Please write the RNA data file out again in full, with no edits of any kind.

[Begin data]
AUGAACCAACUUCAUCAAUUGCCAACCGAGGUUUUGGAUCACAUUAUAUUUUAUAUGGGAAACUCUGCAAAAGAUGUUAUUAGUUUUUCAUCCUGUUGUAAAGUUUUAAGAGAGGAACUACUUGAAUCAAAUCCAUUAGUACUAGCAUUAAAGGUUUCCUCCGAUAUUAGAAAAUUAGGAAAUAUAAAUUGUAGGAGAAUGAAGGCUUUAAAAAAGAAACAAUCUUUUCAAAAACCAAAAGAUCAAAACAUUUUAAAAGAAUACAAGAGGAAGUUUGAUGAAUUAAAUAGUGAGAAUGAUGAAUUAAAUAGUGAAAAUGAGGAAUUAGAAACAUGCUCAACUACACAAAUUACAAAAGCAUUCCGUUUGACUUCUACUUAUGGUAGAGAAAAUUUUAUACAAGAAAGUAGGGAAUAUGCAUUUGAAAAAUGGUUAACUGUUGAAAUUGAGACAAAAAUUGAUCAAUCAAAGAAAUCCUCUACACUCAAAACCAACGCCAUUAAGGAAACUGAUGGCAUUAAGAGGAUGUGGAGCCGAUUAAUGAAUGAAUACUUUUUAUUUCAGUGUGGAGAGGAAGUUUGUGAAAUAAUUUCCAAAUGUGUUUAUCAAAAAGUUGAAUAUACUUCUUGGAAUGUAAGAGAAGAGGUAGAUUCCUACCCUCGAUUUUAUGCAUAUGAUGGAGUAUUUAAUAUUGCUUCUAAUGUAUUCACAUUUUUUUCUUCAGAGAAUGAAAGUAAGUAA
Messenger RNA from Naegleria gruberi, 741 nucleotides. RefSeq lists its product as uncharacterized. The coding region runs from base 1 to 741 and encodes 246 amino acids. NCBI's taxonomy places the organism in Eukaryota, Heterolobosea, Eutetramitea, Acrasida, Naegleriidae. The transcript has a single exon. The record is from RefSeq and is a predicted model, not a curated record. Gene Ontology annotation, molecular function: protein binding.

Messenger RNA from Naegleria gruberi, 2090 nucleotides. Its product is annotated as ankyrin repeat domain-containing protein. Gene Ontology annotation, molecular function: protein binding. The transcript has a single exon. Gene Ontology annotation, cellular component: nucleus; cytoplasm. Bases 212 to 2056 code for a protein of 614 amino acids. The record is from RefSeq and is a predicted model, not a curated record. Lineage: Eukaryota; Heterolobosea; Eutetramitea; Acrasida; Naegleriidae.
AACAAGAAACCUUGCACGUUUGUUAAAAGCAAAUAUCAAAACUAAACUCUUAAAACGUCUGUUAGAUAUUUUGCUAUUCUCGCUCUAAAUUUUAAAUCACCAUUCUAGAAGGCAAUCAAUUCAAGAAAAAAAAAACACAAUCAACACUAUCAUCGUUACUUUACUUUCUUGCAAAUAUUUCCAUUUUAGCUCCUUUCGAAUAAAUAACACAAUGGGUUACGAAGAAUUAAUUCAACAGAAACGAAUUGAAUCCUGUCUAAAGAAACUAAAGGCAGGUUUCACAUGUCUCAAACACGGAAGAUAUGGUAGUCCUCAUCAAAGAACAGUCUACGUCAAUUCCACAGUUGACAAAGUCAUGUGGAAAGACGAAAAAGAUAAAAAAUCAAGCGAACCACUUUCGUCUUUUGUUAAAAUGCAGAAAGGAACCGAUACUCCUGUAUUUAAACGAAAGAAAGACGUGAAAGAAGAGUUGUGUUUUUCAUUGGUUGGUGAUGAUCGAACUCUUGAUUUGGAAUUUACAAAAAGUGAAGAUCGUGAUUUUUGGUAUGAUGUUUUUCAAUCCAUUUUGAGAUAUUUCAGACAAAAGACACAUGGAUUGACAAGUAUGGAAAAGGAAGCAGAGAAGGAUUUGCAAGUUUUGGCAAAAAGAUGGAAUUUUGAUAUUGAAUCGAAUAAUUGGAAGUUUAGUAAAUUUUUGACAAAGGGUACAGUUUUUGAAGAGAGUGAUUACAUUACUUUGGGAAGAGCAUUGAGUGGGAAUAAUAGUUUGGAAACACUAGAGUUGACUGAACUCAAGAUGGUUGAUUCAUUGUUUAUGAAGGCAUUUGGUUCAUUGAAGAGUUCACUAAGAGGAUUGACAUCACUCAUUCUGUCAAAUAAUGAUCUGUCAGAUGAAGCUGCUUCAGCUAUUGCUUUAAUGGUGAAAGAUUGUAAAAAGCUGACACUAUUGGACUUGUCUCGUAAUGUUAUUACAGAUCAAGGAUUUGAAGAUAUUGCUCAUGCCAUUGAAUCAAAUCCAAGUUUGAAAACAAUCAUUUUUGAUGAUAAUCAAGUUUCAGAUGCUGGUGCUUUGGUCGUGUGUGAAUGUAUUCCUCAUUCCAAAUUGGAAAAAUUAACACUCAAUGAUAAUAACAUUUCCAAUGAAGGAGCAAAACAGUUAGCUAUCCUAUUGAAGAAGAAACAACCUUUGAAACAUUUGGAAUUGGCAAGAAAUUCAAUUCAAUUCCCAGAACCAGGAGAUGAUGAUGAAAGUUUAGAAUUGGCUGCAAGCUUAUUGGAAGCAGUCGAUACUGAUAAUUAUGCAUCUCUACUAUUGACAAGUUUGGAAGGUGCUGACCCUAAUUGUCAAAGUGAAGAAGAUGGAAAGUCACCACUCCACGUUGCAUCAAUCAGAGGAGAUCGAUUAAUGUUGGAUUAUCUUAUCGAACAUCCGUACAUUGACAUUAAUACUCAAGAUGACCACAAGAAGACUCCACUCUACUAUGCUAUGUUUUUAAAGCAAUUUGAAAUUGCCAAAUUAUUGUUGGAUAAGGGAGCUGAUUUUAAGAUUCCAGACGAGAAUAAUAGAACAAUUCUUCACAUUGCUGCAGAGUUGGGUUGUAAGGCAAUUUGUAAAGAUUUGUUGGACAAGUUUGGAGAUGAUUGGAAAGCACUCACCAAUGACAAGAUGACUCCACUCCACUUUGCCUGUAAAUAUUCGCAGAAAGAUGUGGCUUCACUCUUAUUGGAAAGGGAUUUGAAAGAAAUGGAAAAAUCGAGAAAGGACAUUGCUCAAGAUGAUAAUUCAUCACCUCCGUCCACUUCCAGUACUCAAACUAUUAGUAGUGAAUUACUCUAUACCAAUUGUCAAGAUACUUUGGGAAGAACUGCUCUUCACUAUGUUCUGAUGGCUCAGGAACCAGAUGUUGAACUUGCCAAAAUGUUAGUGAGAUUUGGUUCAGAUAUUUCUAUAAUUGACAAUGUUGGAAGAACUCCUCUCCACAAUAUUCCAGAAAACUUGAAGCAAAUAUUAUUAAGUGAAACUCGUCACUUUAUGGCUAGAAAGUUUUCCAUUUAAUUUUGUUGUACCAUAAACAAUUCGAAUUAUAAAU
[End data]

AUGAACCAACUUCAUCAAUUGCCAACCGAGGUUUUGGAUCACAUUAUAUUUUAUAUGGGAAACUCUGCAAAAGAUGUUAUUAGUUUUUCAUCCUGUUGUAAAGUUUUAAGAGAGGAACUACUUGAAUCAAAUCCAUUAGUACUAGCAUUAAAGGUUUCCUCCGAUAUUAGAAAAUUAGGAAAUAUAAAUUGUAGGAGAAUGAAGGCUUUAAAAAAGAAACAAUCUUUUCAAAAACCAAAAGAUCAAAACAUUUUAAAAGAAUACAAGAGGAAGUUUGAUGAAUUAAAUAGUGAGAAUGAUGAAUUAAAUAGUGAAAAUGAGGAAUUAGAAACAUGCUCAACUACACAAAUUACAAAAGCAUUCCGUUUGACUUCUACUUAUGGUAGAGAAAAUUUUAUACAAGAAAGUAGGGAAUAUGCAUUUGAAAAAUGGUUAACUGUUGAAAUUGAGACAAAAAUUGAUCAAUCAAAGAAAUCCUCUACACUCAAAACCAACGCCAUUAAGGAAACUGAUGGCAUUAAGAGGAUGUGGAGCCGAUUAAUGAAUGAAUACUUUUUAUUUCAGUGUGGAGAGGAAGUUUGUGAAAUAAUUUCCAAAUGUGUUUAUCAAAAAGUUGAAUAUACUUCUUGGAAUGUAAGAGAAGAGGUAGAUUCCUACCCUCGAUUUUAUGCAUAUGAUGGAGUAUUUAAUAUUGCUUCUAAUGUAUUCACAUUUUUUUCUUCAGAGAAUGAAAGUAAGUAA
Messenger RNA from Naegleria gruberi, 741 nucleotides. RefSeq lists its product as uncharacterized. The coding region runs from base 1 to 741 and encodes 246 amino acids. NCBI's taxonomy places the organism in Eukaryota, Heterolobosea, Eutetramitea, Acrasida, Naegleriidae. The transcript has a single exon. The record is from RefSeq and is a predicted model, not a curated record. Gene Ontology annotation, molecular function: protein binding.

Messenger RNA from Naegleria gruberi, 2090 nucleotides. Its product is annotated as ankyrin repeat domain-containing protein. Gene Ontology annotation, molecular function: protein binding. The transcript has a single exon. Gene Ontology annotation, cellular component: nucleus; cytoplasm. Bases 212 to 2056 code for a protein of 614 amino acids. The record is from RefSeq and is a predicted model, not a curated record. Lineage: Eukaryota; Heterolobosea; Eutetramitea; Acrasida; Naegleriidae.
AACAAGAAACCUUGCACGUUUGUUAAAAGCAAAUAUCAAAACUAAACUCUUAAAACGUCUGUUAGAUAUUUUGCUAUUCUCGCUCUAAAUUUUAAAUCACCAUUCUAGAAGGCAAUCAAUUCAAGAAAAAAAAAACACAAUCAACACUAUCAUCGUUACUUUACUUUCUUGCAAAUAUUUCCAUUUUAGCUCCUUUCGAAUAAAUAACACAAUGGGUUACGAAGAAUUAAUUCAACAGAAACGAAUUGAAUCCUGUCUAAAGAAACUAAAGGCAGGUUUCACAUGUCUCAAACACGGAAGAUAUGGUAGUCCUCAUCAAAGAACAGUCUACGUCAAUUCCACAGUUGACAAAGUCAUGUGGAAAGACGAAAAAGAUAAAAAAUCAAGCGAACCACUUUCGUCUUUUGUUAAAAUGCAGAAAGGAACCGAUACUCCUGUAUUUAAACGAAAGAAAGACGUGAAAGAAGAGUUGUGUUUUUCAUUGGUUGGUGAUGAUCGAACUCUUGAUUUGGAAUUUACAAAAAGUGAAGAUCGUGAUUUUUGGUAUGAUGUUUUUCAAUCCAUUUUGAGAUAUUUCAGACAAAAGACACAUGGAUUGACAAGUAUGGAAAAGGAAGCAGAGAAGGAUUUGCAAGUUUUGGCAAAAAGAUGGAAUUUUGAUAUUGAAUCGAAUAAUUGGAAGUUUAGUAAAUUUUUGACAAAGGGUACAGUUUUUGAAGAGAGUGAUUACAUUACUUUGGGAAGAGCAUUGAGUGGGAAUAAUAGUUUGGAAACACUAGAGUUGACUGAACUCAAGAUGGUUGAUUCAUUGUUUAUGAAGGCAUUUGGUUCAUUGAAGAGUUCACUAAGAGGAUUGACAUCACUCAUUCUGUCAAAUAAUGAUCUGUCAGAUGAAGCUGCUUCAGCUAUUGCUUUAAUGGUGAAAGAUUGUAAAAAGCUGACACUAUUGGACUUGUCUCGUAAUGUUAUUACAGAUCAAGGAUUUGAAGAUAUUGCUCAUGCCAUUGAAUCAAAUCCAAGUUUGAAAACAAUCAUUUUUGAUGAUAAUCAAGUUUCAGAUGCUGGUGCUUUGGUCGUGUGUGAAUGUAUUCCUCAUUCCAAAUUGGAAAAAUUAACACUCAAUGAUAAUAACAUUUCCAAUGAAGGAGCAAAACAGUUAGCUAUCCUAUUGAAGAAGAAACAACCUUUGAAACAUUUGGAAUUGGCAAGAAAUUCAAUUCAAUUCCCAGAACCAGGAGAUGAUGAUGAAAGUUUAGAAUUGGCUGCAAGCUUAUUGGAAGCAGUCGAUACUGAUAAUUAUGCAUCUCUACUAUUGACAAGUUUGGAAGGUGCUGACCCUAAUUGUCAAAGUGAAGAAGAUGGAAAGUCACCACUCCACGUUGCAUCAAUCAGAGGAGAUCGAUUAAUGUUGGAUUAUCUUAUCGAACAUCCGUACAUUGACAUUAAUACUCAAGAUGACCACAAGAAGACUCCACUCUACUAUGCUAUGUUUUUAAAGCAAUUUGAAAUUGCCAAAUUAUUGUUGGAUAAGGGAGCUGAUUUUAAGAUUCCAGACGAGAAUAAUAGAACAAUUCUUCACAUUGCUGCAGAGUUGGGUUGUAAGGCAAUUUGUAAAGAUUUGUUGGACAAGUUUGGAGAUGAUUGGAAAGCACUCACCAAUGACAAGAUGACUCCACUCCACUUUGCCUGUAAAUAUUCGCAGAAAGAUGUGGCUUCACUCUUAUUGGAAAGGGAUUUGAAAGAAAUGGAAAAAUCGAGAAAGGACAUUGCUCAAGAUGAUAAUUCAUCACCUCCGUCCACUUCCAGUACUCAAACUAUUAGUAGUGAAUUACUCUAUACCAAUUGUCAAGAUACUUUGGGAAGAACUGCUCUUCACUAUGUUCUGAUGGCUCAGGAACCAGAUGUUGAACUUGCCAAAAUGUUAGUGAGAUUUGGUUCAGAUAUUUCUAUAAUUGACAAUGUUGGAAGAACUCCUCUCCACAAUAUUCCAGAAAACUUGAAGCAAAUAUUAUUAAGUGAAACUCGUCACUUUAUGGCUAGAAAGUUUUCCAUUUAAUUUUGUUGUACCAUAAACAAUUCGAAUUAUAAAU